The day was wet and unpleasant like being slapped on the thigh with a day-old fish. Outside the wind swung off the tree branches and bounced between the leaves. The dame sighed and lifted her fingers off the Remington keys. It was the 201st birthday of Allan Pinkerton, of the Pinkerton National Detective Agency, making today, Detectives’ Day.
She’d scanned the personals for a quick fix private dick licence, but like the Devil at a crossroads, she didn’t trust the promises. Although the badges were pretty sweet. Raising the white china mug filled with Detox Dandelion tea to her blood red lips, the dame mulled over her options. After all, it was also National Banana Split Day.
Her thoughts turned to crime. Detectives solved crimes. Felonious riddles, one might say. The dame wasn’t a fan of riddles. Like Billy Crystal in a romantic lead, she always skipped to the last page, cryptic crosswords defeated her, and Riddler was her least favourite Batman villain (unless played by Gomez Adams, obviously). Her tiny female brain just wasn’t equipped to think laterally.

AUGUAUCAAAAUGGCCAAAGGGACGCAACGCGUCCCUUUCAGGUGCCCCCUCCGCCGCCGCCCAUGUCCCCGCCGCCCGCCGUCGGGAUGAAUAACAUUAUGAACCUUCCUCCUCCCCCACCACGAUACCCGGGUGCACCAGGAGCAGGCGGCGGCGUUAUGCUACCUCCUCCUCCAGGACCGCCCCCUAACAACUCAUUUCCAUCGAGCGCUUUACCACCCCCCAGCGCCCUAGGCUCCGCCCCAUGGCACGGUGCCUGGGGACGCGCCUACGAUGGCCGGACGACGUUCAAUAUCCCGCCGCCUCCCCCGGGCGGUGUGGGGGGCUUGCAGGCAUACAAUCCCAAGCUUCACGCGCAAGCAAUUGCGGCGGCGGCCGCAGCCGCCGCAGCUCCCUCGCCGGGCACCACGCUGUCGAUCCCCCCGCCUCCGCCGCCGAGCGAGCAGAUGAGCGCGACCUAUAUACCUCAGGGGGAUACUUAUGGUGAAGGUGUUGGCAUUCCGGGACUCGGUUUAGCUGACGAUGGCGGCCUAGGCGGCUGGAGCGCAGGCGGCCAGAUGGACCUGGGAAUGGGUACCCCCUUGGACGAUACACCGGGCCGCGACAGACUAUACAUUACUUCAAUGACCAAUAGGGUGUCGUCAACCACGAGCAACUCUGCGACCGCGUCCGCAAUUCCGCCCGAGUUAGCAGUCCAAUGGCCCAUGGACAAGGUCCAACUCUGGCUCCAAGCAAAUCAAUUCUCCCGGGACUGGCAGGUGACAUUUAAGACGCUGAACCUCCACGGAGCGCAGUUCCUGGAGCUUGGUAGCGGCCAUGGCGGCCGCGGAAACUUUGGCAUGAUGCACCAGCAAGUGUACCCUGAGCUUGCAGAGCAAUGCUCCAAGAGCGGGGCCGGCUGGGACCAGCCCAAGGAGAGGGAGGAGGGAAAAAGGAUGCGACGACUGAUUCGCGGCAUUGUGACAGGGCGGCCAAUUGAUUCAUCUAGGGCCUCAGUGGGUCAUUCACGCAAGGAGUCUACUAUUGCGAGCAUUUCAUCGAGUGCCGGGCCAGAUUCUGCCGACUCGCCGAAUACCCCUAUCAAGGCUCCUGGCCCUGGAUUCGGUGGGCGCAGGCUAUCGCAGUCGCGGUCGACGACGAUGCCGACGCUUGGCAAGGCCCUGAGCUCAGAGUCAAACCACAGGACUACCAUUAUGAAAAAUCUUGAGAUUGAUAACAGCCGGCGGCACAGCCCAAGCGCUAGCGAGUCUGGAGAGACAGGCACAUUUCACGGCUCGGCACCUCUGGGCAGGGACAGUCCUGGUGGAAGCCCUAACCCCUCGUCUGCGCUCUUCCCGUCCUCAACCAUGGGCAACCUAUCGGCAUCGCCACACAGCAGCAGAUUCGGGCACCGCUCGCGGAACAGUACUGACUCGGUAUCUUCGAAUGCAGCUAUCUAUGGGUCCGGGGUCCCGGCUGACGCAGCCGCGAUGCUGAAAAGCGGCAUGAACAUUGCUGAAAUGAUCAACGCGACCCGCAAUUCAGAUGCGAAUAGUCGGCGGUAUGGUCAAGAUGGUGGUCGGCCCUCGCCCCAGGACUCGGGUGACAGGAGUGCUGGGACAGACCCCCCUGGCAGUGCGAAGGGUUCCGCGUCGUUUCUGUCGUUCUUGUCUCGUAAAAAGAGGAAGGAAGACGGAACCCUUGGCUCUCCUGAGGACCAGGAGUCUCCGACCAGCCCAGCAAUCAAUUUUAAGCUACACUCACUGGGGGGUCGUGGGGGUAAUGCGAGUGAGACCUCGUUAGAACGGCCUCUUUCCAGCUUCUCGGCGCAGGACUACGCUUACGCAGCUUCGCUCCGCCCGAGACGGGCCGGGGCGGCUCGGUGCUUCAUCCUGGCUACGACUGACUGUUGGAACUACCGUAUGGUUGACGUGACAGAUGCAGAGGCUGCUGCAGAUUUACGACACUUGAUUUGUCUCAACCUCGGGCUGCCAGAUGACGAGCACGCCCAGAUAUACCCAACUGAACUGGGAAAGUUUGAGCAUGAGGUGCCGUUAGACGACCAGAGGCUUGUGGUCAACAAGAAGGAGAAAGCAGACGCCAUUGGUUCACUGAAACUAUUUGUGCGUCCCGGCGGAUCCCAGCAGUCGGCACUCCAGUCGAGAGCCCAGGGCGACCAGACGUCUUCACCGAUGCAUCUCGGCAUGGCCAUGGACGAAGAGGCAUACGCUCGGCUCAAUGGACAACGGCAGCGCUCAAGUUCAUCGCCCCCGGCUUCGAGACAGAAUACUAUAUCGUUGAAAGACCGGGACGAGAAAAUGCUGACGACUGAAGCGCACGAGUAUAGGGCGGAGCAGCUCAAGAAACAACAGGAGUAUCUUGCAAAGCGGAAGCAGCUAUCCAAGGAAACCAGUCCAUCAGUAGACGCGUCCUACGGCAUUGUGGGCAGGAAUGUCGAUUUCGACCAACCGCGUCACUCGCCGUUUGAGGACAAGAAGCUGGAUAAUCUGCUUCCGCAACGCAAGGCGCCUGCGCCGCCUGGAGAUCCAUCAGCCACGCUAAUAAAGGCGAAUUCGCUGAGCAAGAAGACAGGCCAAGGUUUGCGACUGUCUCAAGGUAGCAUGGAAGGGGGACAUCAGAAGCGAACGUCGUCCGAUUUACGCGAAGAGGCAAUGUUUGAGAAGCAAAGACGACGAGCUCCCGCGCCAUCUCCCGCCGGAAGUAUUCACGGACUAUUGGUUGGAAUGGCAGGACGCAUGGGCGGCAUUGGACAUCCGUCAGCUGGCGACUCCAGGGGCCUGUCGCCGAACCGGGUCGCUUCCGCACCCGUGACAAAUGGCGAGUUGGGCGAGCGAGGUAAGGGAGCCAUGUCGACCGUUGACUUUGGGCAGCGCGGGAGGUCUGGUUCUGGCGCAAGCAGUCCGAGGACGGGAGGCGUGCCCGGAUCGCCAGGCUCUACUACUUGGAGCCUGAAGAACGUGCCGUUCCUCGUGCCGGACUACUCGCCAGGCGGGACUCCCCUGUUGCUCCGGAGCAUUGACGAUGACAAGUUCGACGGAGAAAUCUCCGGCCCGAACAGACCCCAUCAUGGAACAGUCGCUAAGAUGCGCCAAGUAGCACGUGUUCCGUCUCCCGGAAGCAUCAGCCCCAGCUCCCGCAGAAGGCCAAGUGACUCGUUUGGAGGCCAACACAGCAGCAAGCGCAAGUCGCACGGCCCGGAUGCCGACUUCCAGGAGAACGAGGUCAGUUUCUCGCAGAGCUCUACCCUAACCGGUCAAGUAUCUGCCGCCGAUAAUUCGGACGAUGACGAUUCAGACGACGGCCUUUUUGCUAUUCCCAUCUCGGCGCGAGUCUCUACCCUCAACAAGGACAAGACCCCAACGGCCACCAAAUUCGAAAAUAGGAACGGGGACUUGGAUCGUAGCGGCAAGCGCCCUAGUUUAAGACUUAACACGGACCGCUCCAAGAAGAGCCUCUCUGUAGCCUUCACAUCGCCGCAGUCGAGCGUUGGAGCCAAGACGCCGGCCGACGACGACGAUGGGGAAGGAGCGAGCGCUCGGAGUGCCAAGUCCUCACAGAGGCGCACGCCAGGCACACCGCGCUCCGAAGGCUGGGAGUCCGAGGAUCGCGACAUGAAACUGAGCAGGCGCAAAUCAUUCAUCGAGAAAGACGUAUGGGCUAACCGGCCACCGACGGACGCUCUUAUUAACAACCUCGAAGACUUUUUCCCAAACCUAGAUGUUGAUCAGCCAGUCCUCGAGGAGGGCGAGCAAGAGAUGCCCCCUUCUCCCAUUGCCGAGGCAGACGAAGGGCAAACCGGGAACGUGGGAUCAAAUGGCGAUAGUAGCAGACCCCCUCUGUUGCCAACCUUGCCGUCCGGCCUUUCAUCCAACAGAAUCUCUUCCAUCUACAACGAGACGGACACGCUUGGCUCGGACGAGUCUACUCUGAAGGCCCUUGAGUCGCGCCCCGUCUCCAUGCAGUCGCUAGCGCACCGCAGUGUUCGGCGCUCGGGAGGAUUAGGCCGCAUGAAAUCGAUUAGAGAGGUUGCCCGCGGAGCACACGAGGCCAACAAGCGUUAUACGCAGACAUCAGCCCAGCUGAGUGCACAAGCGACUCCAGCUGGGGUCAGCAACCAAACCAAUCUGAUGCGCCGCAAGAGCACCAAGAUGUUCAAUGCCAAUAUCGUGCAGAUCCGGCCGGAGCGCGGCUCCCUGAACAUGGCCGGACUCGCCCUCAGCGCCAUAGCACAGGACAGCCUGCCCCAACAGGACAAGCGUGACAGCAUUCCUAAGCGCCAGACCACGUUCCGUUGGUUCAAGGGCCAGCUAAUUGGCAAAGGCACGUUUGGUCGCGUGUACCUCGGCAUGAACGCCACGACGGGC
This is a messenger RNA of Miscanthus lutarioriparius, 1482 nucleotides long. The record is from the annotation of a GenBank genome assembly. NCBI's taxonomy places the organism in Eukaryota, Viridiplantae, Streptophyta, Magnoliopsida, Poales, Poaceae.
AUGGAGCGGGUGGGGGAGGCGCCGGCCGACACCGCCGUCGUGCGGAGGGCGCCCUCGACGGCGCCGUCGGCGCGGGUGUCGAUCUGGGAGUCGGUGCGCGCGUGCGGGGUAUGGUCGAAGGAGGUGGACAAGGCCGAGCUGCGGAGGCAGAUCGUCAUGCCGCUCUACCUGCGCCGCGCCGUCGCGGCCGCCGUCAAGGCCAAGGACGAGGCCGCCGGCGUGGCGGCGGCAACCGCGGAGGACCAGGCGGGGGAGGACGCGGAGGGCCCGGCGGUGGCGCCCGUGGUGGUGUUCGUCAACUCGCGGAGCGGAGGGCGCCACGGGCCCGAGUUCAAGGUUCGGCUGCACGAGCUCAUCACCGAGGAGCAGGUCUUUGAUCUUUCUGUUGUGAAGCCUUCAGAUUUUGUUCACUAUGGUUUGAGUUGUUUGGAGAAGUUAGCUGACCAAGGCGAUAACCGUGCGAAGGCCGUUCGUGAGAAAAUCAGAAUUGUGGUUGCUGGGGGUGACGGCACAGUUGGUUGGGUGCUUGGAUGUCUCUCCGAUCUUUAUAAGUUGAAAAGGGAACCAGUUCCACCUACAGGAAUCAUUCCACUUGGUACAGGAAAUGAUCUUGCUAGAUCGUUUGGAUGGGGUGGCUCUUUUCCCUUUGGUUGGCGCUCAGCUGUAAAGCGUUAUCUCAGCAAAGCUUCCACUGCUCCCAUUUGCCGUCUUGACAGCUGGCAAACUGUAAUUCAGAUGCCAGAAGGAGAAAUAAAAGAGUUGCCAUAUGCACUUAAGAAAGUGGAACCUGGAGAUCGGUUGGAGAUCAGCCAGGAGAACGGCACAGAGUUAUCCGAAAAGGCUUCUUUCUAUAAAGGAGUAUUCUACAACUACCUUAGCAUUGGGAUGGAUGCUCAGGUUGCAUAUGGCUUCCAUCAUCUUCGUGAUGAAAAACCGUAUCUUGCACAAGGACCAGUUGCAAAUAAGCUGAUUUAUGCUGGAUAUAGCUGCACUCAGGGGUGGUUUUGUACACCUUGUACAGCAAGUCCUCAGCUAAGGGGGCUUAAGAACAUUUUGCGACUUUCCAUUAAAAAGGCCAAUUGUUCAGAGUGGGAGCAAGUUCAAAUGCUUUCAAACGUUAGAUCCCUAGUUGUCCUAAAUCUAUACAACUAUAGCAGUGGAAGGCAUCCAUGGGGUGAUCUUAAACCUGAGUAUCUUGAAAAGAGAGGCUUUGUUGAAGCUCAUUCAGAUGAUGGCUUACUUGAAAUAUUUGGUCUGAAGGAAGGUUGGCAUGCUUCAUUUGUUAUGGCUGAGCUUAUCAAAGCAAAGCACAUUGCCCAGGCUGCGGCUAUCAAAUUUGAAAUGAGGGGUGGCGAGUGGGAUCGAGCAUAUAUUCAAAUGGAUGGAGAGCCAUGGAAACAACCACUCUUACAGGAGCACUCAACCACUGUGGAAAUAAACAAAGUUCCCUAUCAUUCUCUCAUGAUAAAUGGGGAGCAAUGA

And then she remembered another dangerous broad, Sara Cox, who read out riddle poems on her BBC Radio 2 teatime broadcasts. The dame stroked her chin. Ah yes, riddle poems, as traditional as a Sphinx asking questions of a motherf*cker. Plus poems went in birthday cards. She pushed the typewriter away and picked up a pen. As terrible as she was at solving puzzles, no one would suspect her of writing a riddle poem. And so long as no one suspects you…
My first is in Marple but also in Mead
My second’s in Umberto but never in creed
The third’s in Veronica and also in Mars
My fourth is in Chandler and seedy dive bars
The fifth is in Fletcher and Jessica too
My sixth is in Christie, the Queen of the crew
My seventh’s in Philip, but not in Marlowe
My eighth is in Precious and also Clouseau
My ninth is in Rosemary and also in Thyme
And my tenth is in Shaft, a man in his prime
My eleventh’s in Sherlock but never in John
My last is in cryptic, the clues are all done
Blackburn, B. and Holdford-Strevens, L. (2003) The Oxford Companion to the Year. An Exploration of Calendar Customs and Time-Reckoning, Oxford, Oxford University Press
How did it all go so wrong for Diagnosis Murder? How?